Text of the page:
Ruoyi Jiang, Miriam L. Fichtner, Kenneth B. Hoehn, Minh C. Pham, Panos Stathopoulos, Richard J. Nowak, Steven H. Kleinstein, Kevin C. O'Connor
Pancreatic ductal adenocarcinoma (PDA) is a lethal malignancy that has no effective treatment. The tumor microenvironment (TME) of PDA employs a multitude of immune derangement strategies to protect PDA from immune elimination. Tumor associated macrophages (TAMs) have been implicated in pathogenesis of immune suppression of PDA-TME, however, its underlying mechanisms remained largely unknown. Using primary patient samples, our studies showed that in comparison with macrophages isolated from normal pancreatic tissues, the phagocytosis activity of PDA-TAM is significantly reduced. We found that the expression of homeobox protein VentX, a master regulator of macrophage plasticity, is significantly decreased in the PDA-TAMs. We demonstrated that VentX is required for phagocytosis and that restoration of VentX expression in PDA-TAMs promotes phagocytosis through regulating the signaling cascades involved in the process. Using an ex-vivo culture model of primary human PDA, we showed that VentX-modulated-TAMs transformed PDA-TME from a pro-tumor milieu to an anti-tumor microenvironment by rectifying differentiation, proliferation and activation of PDA-infiltrating immune cells. Using NSG-PDX models of primary human PDAs, we showed that VentX-modulated-TAMs exert strong inhibition on PDA tumorigenesis in vivo. Taken together, our data revealed a central mechanism underlying immune evasion of PDA and a potential novel venue to improve PDA prognosis.
Yi Le, Hong Gao, William G. Richards, Lei Zhao, Ronald Bleday, Thomas Clancy, Zhenglun Zhu
T follicular helper (Tfh) cell migration into germinal centers (GC) is essential for the generation of GC B cells and antibody responses to T dependent (TD) antigens. This process requires interactions between LFA-1 on Tfh cells and ICAMs on B cells. The mechanisms underlying defective antibody responses to TD antigens in DOCK8 deficiency are incompletely understood. We show that mice selectively lacking DOCK8 in T cells have impaired IgG antibody responses to TD antigens, decreased GC size, and reduced numbers of GC B cells. However, they develop normal numbers of Tfh cells with intact capacity for driving B cell differentiation into a GC phenotype in vitro. Notably, migration of DOCK8 deficient T cells into GCs is defective. Following TCR/CD3 ligation, DOCK8 deficient T cells have impaired LFA-1 activation and reduced binding to ICAM-1. DOCK8 is important for LFA1-dependent positioning of Tfh cells in GCs, and thereby the generation of GC B cells and IgG antibody responses to TD antigen.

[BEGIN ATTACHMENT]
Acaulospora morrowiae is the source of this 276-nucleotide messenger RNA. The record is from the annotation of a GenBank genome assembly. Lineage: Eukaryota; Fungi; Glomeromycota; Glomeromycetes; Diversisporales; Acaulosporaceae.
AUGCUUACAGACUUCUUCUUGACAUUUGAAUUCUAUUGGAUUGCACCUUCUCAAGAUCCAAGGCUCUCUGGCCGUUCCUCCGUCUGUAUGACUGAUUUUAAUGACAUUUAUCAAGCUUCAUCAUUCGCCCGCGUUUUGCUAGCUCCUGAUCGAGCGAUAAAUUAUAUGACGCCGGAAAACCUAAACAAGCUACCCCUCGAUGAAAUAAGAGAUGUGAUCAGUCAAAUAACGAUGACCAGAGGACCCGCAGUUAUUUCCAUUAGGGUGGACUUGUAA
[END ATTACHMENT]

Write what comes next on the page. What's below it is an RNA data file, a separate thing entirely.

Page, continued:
Erin Janssen, Mira Tohme, Jordan Butts, Sophie S.B. Giguere, Peter T. Sage, Francisco E. Velázquez, Christy Kam, Elena Milin, Mrinmoy Das, Ali Sobh, Salem Al-Tamemi, Francis W. Luscinskas, Facundo Batista, Raif S. Geha
The acute respiratory distress syndrome (ARDS) results from overwhelming pulmonary inflammation. Prior bulk RNA sequencing provided limited insights into ARDS pathogenesis. We used single cell RNA sequencing to probe ARDS at a higher resolution. Peripheral blood mononuclear cells of patients with pneumonia and sepsis with early ARDS were compared to that of sepsis patients who did not develop ARDS. Monocyte clusters from ARDS patients revealed multiple distinguishing characteristics in comparison to monocytes from patients without ARDS including down-regulation of SOCS3 expression accompanied by a pro-inflammatory signature with up-regulation of multiple type I IFN-induced genes, especially in CD16+ cells. To generate an ARDS risk score, we identified up-regulation of 29 genes in the monocytes of these patients, and 17 showed a similar profile in cells of patients in independent cohorts. Monocytes had increased expression of RAB11A, known to inhibit neutrophil efferocytosis, ATP2B1, a calcium pump that exports Ca2+ implicated in endothelial barrier disruption, and SPARC, associated with processing of pro-collagen to collagen. These data show that monocytes of ARDS patients up-regulate expression of genes not just restricted to those associated with inflammation. Together, our findings identify molecules that are likely involved in ARDS pathogenesis that may inform biomarker and therapeutic development.